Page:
A YOUNG man from Bournemouth with Asperger’s syndrome has described being pulled from the brink of suicide by finding a passion for performing as a singer and ambassador.
In his early years, Wallisdown schoolboy Calvin Glen knew he was different. He found himself excluded from his peers, unable to create friendships, and was diagnosed with Asperger’s when he was six.
Ahead of World Autism Day on April 2, the Daily Echo spoke with Calvin and his mum Marie about the struggles endured during Calvin’s childhood – and how two local community groups helped bring him back to life.
“I was always aware that I was different from other kids growing up,” said Calvin.
“I spent a lot of time in and out of school and I was bullied badly throughout which caused a lot of anxiety. There was a period where I could barely leave the house because of how anxious I was about social interaction.
“It’s super common for autism and mental health to go hand in hand and I think there’s a plethora of reasons behind that. The world likes to tell you you’re not going to achieve things which creates more darkness and despair.”
Calvin’s mum Marie also felt the impact of her son’s struggles. She said: “When he was going through school he was so unhappy and struggled to the point where he self-harmed and on one occasion tried to take his own life.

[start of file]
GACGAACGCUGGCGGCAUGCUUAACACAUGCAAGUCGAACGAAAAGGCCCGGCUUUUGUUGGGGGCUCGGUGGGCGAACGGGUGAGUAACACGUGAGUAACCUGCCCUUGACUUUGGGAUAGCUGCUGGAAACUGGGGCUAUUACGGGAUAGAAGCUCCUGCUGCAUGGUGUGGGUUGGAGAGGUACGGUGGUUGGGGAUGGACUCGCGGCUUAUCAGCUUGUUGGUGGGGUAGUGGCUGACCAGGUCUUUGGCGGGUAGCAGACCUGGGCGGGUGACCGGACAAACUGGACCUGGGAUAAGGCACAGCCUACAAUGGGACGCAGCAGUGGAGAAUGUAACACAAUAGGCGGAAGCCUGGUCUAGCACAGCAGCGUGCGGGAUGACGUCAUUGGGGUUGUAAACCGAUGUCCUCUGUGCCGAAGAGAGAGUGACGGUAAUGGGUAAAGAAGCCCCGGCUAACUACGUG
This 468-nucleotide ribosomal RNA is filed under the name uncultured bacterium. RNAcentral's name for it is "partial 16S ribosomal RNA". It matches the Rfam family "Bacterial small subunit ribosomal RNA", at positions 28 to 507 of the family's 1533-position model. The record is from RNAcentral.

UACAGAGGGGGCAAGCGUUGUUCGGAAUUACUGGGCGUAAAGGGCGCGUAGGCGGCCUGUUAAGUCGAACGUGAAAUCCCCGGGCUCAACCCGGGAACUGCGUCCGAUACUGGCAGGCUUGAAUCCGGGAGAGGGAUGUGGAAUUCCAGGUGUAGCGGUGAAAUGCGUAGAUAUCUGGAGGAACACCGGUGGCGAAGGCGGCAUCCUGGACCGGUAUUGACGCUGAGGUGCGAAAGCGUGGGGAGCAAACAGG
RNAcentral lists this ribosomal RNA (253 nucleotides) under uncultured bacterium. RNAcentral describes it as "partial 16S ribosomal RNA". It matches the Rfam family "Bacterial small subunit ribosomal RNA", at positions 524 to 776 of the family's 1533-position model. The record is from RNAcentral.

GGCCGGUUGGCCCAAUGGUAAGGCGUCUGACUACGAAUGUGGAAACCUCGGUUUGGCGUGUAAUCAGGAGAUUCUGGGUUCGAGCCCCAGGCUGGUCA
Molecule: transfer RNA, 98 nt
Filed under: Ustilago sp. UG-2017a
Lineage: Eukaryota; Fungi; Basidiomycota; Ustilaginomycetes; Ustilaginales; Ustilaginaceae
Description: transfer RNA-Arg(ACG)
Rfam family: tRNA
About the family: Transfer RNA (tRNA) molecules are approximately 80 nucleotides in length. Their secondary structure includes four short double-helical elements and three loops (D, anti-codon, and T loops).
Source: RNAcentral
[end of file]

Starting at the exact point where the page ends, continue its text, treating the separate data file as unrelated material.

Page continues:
“That was devastating, I just felt helpless.”
Their lives would transform, however, when Calvin picked up a guitar for the first time. He recalled: “I couldn’t find the words to express how I felt and we had an old guitar lying around – my mum knew a few cords so she taught me those and I began using music as a way to express myself.
“I ended up finding a passion, something I love, a positive focus and finding a community I fit in with. I then started to look at things from a different perspective.”
Calvin eventually gained the confidence to begin performing self-written songs in public and soon found kindred spirits, and friends, in the Bournemouth music scene.
“I became part of this community of people who are all eccentric in their own way and had similar experiences to me,” he said. “I owe the Bournemouth music scene a lot.”
He was soon contacted by mental health charity Dorset Mind who trained him in public speaking and entered him into an ambassador programme.
“Out of all that darkness I went through, Dorset Mind gave me the opportunity to help other young people not go through the same things. They allow me to be my authentic self without judgement.
“I dread to think had I not had the strong support from Dorset Mind, the Bournemouth music scene and my mum, I do think what would have happened?”
Calvin, 21, is now studying at the London College of Music and remains involved as a mental health ambassador. Marie, inspired by her son’s transformation, now works for Dorset Mind full time.
The mother and son are one of the families featured in a new parent’s tool kit familymentalwealth.com, a free online resource for parents whose children are struggling with mental health issues.